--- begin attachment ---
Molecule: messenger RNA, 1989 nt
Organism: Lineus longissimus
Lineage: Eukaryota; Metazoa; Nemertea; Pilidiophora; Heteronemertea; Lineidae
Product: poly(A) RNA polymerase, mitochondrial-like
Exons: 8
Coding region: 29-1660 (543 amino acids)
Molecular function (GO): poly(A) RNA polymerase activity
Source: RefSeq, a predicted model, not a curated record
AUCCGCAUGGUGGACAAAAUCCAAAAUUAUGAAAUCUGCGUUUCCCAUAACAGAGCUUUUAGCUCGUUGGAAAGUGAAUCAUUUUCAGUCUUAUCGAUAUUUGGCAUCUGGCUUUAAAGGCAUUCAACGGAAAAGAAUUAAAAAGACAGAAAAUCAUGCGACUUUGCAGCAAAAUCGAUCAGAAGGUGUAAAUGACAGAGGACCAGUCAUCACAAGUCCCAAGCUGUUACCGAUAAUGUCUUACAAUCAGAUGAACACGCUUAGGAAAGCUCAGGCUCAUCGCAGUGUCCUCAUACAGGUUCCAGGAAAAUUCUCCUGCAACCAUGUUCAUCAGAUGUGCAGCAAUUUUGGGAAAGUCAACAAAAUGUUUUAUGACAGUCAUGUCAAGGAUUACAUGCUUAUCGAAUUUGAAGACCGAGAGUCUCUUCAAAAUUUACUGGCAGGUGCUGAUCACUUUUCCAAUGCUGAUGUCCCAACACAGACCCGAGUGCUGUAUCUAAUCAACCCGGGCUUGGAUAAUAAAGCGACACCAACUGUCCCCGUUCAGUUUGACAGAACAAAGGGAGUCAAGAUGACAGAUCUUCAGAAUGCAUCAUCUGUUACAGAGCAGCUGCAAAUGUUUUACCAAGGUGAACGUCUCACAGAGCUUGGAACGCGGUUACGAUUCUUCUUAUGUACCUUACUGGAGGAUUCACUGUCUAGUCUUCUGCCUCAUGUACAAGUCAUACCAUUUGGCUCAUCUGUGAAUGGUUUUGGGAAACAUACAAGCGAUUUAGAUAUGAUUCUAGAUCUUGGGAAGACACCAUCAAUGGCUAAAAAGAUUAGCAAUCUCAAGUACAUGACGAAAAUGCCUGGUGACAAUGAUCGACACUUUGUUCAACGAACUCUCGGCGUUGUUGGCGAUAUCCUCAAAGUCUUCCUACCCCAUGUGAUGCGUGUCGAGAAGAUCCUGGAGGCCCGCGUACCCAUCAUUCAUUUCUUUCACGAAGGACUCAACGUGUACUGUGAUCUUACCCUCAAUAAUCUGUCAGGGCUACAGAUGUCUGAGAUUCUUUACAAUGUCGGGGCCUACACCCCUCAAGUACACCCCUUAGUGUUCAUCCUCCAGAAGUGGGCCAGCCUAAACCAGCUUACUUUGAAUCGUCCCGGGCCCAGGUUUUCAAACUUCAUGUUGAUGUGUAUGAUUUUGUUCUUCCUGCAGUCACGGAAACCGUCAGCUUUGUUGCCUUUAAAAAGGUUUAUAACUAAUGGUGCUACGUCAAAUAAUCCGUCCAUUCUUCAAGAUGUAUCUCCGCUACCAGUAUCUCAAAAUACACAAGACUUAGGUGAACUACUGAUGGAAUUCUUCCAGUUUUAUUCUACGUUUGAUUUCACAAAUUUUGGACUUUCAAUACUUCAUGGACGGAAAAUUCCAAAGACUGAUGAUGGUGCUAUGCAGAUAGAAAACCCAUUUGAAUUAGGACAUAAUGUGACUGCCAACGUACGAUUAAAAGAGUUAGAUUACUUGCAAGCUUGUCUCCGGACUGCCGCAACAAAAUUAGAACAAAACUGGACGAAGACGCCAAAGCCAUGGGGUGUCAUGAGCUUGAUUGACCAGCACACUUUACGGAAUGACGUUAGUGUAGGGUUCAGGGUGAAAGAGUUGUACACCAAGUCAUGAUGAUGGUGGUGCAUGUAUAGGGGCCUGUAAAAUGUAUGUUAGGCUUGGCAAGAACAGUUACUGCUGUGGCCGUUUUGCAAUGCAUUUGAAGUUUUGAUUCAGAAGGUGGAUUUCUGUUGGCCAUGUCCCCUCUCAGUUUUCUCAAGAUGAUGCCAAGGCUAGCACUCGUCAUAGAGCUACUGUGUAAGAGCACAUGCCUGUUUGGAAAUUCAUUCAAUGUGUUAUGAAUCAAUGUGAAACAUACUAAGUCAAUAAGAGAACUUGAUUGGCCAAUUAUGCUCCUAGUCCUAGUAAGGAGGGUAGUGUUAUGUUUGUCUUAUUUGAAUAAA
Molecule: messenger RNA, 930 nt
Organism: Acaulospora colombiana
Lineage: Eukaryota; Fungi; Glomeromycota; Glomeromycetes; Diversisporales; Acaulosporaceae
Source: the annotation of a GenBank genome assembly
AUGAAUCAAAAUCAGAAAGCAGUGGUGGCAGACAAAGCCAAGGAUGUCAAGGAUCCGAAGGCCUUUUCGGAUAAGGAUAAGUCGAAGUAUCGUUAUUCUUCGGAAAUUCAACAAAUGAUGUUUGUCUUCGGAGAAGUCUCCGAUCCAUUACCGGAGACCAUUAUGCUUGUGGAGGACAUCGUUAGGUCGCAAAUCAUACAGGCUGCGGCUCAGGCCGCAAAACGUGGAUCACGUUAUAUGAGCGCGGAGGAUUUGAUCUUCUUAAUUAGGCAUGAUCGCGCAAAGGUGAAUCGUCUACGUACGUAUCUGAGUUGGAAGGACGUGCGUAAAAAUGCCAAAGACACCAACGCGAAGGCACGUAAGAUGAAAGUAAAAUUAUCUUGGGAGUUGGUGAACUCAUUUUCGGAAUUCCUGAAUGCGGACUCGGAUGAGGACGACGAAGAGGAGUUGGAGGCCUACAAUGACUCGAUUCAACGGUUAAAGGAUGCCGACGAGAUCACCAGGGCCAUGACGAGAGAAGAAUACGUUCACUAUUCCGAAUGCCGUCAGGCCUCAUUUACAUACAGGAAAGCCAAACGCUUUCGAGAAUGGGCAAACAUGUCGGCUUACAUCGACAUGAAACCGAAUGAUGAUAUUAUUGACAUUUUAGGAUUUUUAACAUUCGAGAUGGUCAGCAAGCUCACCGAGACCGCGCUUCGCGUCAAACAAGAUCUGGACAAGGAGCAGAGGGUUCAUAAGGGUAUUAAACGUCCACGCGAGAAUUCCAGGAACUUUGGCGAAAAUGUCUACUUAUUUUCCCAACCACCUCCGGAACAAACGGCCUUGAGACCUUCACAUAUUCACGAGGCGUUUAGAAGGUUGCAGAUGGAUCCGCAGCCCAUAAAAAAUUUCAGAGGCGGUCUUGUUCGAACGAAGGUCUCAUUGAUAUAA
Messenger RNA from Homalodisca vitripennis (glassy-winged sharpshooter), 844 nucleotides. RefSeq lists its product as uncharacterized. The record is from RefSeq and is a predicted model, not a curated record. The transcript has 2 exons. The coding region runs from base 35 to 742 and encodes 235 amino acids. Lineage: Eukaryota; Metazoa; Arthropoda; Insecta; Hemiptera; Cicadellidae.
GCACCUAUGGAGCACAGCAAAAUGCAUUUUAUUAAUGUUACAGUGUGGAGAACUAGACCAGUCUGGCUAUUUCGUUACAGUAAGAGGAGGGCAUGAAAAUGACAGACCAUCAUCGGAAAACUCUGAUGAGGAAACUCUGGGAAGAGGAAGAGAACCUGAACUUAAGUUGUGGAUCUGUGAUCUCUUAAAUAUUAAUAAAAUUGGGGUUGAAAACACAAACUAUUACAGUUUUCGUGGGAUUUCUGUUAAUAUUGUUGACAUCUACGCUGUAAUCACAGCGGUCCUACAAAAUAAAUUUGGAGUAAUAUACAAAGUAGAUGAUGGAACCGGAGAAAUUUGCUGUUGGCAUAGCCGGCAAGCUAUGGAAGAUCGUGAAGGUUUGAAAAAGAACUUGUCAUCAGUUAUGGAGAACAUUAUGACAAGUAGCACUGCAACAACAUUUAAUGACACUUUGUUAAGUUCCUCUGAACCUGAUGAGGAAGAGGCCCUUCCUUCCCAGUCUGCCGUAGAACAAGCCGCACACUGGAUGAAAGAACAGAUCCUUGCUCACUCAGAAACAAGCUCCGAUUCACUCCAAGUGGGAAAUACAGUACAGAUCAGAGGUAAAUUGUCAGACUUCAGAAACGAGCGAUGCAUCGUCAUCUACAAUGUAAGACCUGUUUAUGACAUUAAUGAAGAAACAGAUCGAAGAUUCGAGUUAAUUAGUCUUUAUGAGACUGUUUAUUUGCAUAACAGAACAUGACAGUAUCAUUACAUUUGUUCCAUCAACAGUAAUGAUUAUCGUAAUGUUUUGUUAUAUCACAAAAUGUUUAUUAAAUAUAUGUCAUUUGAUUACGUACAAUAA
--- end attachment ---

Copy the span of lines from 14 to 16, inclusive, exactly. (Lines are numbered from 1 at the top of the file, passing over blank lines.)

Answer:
AUGAAUCAAAAUCAGAAAGCAGUGGUGGCAGACAAAGCCAAGGAUGUCAAGGAUCCGAAGGCCUUUUCGGAUAAGGAUAAGUCGAAGUAUCGUUAUUCUUCGGAAAUUCAACAAAUGAUGUUUGUCUUCGGAGAAGUCUCCGAUCCAUUACCGGAGACCAUUAUGCUUGUGGAGGACAUCGUUAGGUCGCAAAUCAUACAGGCUGCGGCUCAGGCCGCAAAACGUGGAUCACGUUAUAUGAGCGCGGAGGAUUUGAUCUUCUUAAUUAGGCAUGAUCGCGCAAAGGUGAAUCGUCUACGUACGUAUCUGAGUUGGAAGGACGUGCGUAAAAAUGCCAAAGACACCAACGCGAAGGCACGUAAGAUGAAAGUAAAAUUAUCUUGGGAGUUGGUGAACUCAUUUUCGGAAUUCCUGAAUGCGGACUCGGAUGAGGACGACGAAGAGGAGUUGGAGGCCUACAAUGACUCGAUUCAACGGUUAAAGGAUGCCGACGAGAUCACCAGGGCCAUGACGAGAGAAGAAUACGUUCACUAUUCCGAAUGCCGUCAGGCCUCAUUUACAUACAGGAAAGCCAAACGCUUUCGAGAAUGGGCAAACAUGUCGGCUUACAUCGACAUGAAACCGAAUGAUGAUAUUAUUGACAUUUUAGGAUUUUUAACAUUCGAGAUGGUCAGCAAGCUCACCGAGACCGCGCUUCGCGUCAAACAAGAUCUGGACAAGGAGCAGAGGGUUCAUAAGGGUAUUAAACGUCCACGCGAGAAUUCCAGGAACUUUGGCGAAAAUGUCUACUUAUUUUCCCAACCACCUCCGGAACAAACGGCCUUGAGACCUUCACAUAUUCACGAGGCGUUUAGAAGGUUGCAGAUGGAUCCGCAGCCCAUAAAAAAUUUCAGAGGCGGUCUUGUUCGAACGAAGGUCUCAUUGAUAUAA
Messenger RNA from Homalodisca vitripennis (glassy-winged sharpshooter), 844 nucleotides. RefSeq lists its product as uncharacterized. The record is from RefSeq and is a predicted model, not a curated record. The transcript has 2 exons. The coding region runs from base 35 to 742 and encodes 235 amino acids. Lineage: Eukaryota; Metazoa; Arthropoda; Insecta; Hemiptera; Cicadellidae.
GCACCUAUGGAGCACAGCAAAAUGCAUUUUAUUAAUGUUACAGUGUGGAGAACUAGACCAGUCUGGCUAUUUCGUUACAGUAAGAGGAGGGCAUGAAAAUGACAGACCAUCAUCGGAAAACUCUGAUGAGGAAACUCUGGGAAGAGGAAGAGAACCUGAACUUAAGUUGUGGAUCUGUGAUCUCUUAAAUAUUAAUAAAAUUGGGGUUGAAAACACAAACUAUUACAGUUUUCGUGGGAUUUCUGUUAAUAUUGUUGACAUCUACGCUGUAAUCACAGCGGUCCUACAAAAUAAAUUUGGAGUAAUAUACAAAGUAGAUGAUGGAACCGGAGAAAUUUGCUGUUGGCAUAGCCGGCAAGCUAUGGAAGAUCGUGAAGGUUUGAAAAAGAACUUGUCAUCAGUUAUGGAGAACAUUAUGACAAGUAGCACUGCAACAACAUUUAAUGACACUUUGUUAAGUUCCUCUGAACCUGAUGAGGAAGAGGCCCUUCCUUCCCAGUCUGCCGUAGAACAAGCCGCACACUGGAUGAAAGAACAGAUCCUUGCUCACUCAGAAACAAGCUCCGAUUCACUCCAAGUGGGAAAUACAGUACAGAUCAGAGGUAAAUUGUCAGACUUCAGAAACGAGCGAUGCAUCGUCAUCUACAAUGUAAGACCUGUUUAUGACAUUAAUGAAGAAACAGAUCGAAGAUUCGAGUUAAUUAGUCUUUAUGAGACUGUUUAUUUGCAUAACAGAACAUGACAGUAUCAUUACAUUUGUUCCAUCAACAGUAAUGAUUAUCGUAAUGUUUUGUUAUAUCACAAAAUGUUUAUUAAAUAUAUGUCAUUUGAUUACGUACAAUAA